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Title:Scalable validation of binary lifters
Author(s):Dasgupta, Sandeep
Director of Research:Adve, Vikram Sadanand
Doctoral Committee Chair(s):Adve, Vikram Sadanand
Doctoral Committee Member(s):Rosu, Grigore; Xie, Tao; Sekar, R; Reid, Alastair
Department / Program:Computer Science
Discipline:Computer Science
Degree Granting Institution:University of Illinois at Urbana-Champaign
Translation Validation
Formal Semantics
Compiler Optimizations
ISA specification
Abstract:The ability to directly reason about binary machine code is desirable, not only because it allows analyzing binaries even when the source code is not available (e.g., legacy code, closed-source software, or malware), but also avoids the need to trust the correctness of compilers. Binary analysis is generally performed by existing decompiler projects by (1) converting raw bytes from the binary into a stream of assembly instructions through disassembly, (2) translating machine code to an intermediate representation (IR) using a binary lifter, and (3) performing various analysis and transformations on the IR pertaining to the specific goals of the decompiler. Many binary analysis frameworks published in academia or as open-source code, use such a lifter as the first step in their pipeline. Validating the correctness of binary lifters is pivotal to gain trust in binary analysis, especially when used in scenarios where correctness is essential. Unfortunately, existing approaches focus on validating the correctness of lifting a single instruction and do not scale to full programs. I believe an effort in the direction would enable both the developers of binary translators, to validate their implementation, and the clients of those translators, to gain trust in their analysis results. The overall goal of my work is to develop formal and informal techniques to achieve high confidence in the correctness of binary lifting by leveraging the semantics of the languages involved (e.g., Intel’s x86-64 and LLVM IR). Towards that goal, I made two broad contributions. First, I defined the most complete and thoroughly tested formal semantics of x86-64 to date. The semantics faithfully formalizes all the non-deprecated, sequential user-level instructions of the x86-64 Haswell instruction set architecture. The formal specification covers 3155 instruction variants, corresponding to 774 mnemonics. The semantics is fully executable and has been tested against the GCC C-torture test suite. Moreover, each instruction is individually tested against more than 7,000 instruction-level test cases. This extensive testing paid off, revealing bugs in both the x86-64 reference manual and other existing semantics, which are all acknowledged, and some are fixed. Also, I illustrated potential applications of the semantics in different formal analyses, and discuss how it can be useful for processor verification. Second, I show that formal translation validation of single instructions for a complex ISA like x86-64 is not only practical but can be used as a building block for scalable full-program validation. My work is the first to do translation validation of single instructions on an architecture as extensive as x86-64, uses the most precise formal semantics available, and has the widest coverage in terms of the number of instructions tested for correctness. Next, we develop a novel technique that uses validated instructions to enable program-level validation, without resorting to performance-heavy semantic equivalence checking. Specifically, I compose the validated IR sequences using a tool we develop called Compositional Lifter to create a reference standard. The semantic equivalence check between the reference and the lifter output is then reduced to a graph-isomorphism check through the use of semantic preserving transformations. The translation validation of instructions in isolation revealed 29 new bugs in McSema – a mature open-source lifter from x86-64 to LLVM IR. Towards the validation of full programs, our approach was able to prove the translational correctness of 2254/2348 functions taken from LLVM’s single-source benchmark test-suite.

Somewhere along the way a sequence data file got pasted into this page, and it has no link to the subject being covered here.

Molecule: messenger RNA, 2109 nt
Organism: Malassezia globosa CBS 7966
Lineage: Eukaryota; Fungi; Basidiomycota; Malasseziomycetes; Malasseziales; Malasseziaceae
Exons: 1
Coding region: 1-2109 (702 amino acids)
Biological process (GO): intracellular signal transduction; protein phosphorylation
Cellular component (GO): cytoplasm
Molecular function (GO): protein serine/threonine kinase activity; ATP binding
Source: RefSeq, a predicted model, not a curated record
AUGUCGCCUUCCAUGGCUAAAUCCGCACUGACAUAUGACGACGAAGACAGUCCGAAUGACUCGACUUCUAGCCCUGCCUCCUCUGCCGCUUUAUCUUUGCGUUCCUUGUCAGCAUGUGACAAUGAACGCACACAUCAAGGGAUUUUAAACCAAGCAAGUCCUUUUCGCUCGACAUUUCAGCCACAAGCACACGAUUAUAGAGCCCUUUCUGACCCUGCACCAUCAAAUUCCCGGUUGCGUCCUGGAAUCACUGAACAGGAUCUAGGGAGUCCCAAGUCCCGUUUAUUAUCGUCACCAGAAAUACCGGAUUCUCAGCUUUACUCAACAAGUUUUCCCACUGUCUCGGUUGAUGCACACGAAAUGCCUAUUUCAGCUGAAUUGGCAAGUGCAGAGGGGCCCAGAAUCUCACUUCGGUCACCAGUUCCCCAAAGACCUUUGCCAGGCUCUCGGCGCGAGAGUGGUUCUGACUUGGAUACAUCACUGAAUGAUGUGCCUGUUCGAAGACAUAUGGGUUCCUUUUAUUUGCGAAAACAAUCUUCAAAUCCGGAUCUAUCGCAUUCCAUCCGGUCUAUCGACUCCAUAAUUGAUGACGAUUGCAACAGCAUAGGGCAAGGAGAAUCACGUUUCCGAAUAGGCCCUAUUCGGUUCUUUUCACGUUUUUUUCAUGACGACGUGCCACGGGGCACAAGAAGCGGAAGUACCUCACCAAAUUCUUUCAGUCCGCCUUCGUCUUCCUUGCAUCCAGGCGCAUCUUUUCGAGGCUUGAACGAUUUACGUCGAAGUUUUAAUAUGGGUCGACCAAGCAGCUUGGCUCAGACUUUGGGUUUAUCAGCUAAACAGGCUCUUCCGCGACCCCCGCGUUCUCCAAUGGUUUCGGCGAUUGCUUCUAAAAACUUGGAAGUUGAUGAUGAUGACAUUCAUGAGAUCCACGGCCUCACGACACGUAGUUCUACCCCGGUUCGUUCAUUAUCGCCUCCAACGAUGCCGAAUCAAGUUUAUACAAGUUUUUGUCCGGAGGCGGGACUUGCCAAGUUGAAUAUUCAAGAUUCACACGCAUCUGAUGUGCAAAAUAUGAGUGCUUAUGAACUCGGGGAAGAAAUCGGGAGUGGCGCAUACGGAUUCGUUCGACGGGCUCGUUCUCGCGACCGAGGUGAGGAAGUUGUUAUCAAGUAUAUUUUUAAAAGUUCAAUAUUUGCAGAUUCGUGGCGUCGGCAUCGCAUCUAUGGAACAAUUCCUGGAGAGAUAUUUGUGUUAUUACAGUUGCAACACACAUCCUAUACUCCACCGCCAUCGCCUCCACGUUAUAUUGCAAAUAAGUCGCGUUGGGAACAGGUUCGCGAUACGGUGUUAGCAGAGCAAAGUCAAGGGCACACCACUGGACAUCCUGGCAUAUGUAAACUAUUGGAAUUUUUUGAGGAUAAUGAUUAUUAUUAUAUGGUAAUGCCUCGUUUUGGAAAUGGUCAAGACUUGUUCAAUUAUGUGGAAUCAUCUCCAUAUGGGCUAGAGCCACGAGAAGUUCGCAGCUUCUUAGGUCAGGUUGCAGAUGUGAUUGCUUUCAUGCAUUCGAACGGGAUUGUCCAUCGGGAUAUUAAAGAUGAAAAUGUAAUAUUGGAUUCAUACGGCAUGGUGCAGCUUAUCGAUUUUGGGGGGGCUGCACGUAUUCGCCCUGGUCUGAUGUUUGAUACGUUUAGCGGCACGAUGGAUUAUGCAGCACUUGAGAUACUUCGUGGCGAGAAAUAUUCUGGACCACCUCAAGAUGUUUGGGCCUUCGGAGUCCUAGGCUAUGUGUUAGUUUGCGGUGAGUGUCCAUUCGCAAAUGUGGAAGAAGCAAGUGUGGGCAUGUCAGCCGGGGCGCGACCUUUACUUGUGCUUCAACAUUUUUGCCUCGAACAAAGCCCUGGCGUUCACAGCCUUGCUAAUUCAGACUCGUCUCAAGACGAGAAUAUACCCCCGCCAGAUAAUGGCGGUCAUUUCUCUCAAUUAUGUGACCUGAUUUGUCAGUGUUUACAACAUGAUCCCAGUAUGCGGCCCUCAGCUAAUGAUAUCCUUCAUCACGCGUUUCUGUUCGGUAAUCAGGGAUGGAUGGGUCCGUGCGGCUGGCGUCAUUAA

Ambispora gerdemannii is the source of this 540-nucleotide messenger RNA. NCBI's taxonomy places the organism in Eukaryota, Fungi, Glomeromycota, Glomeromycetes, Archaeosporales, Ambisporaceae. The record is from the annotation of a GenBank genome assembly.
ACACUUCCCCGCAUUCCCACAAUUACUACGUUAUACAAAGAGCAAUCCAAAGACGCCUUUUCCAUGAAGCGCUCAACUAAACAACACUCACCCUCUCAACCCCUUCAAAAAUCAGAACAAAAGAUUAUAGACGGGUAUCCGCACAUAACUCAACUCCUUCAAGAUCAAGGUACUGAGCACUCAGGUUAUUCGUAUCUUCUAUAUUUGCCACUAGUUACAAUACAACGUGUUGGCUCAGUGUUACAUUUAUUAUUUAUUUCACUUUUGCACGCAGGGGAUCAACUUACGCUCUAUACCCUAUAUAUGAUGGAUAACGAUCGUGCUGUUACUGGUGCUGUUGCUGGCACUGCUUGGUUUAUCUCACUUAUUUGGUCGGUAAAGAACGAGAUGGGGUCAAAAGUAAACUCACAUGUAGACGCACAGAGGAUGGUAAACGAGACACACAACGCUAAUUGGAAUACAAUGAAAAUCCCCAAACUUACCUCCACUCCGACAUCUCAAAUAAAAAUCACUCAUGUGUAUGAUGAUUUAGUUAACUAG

Issue Date:2020-05-04
Rights Information:Copyright 2020 by Sandeep Dasgupta. All rights reserved.
Date Available in IDEALS:2020-08-26
Date Deposited:2020-05

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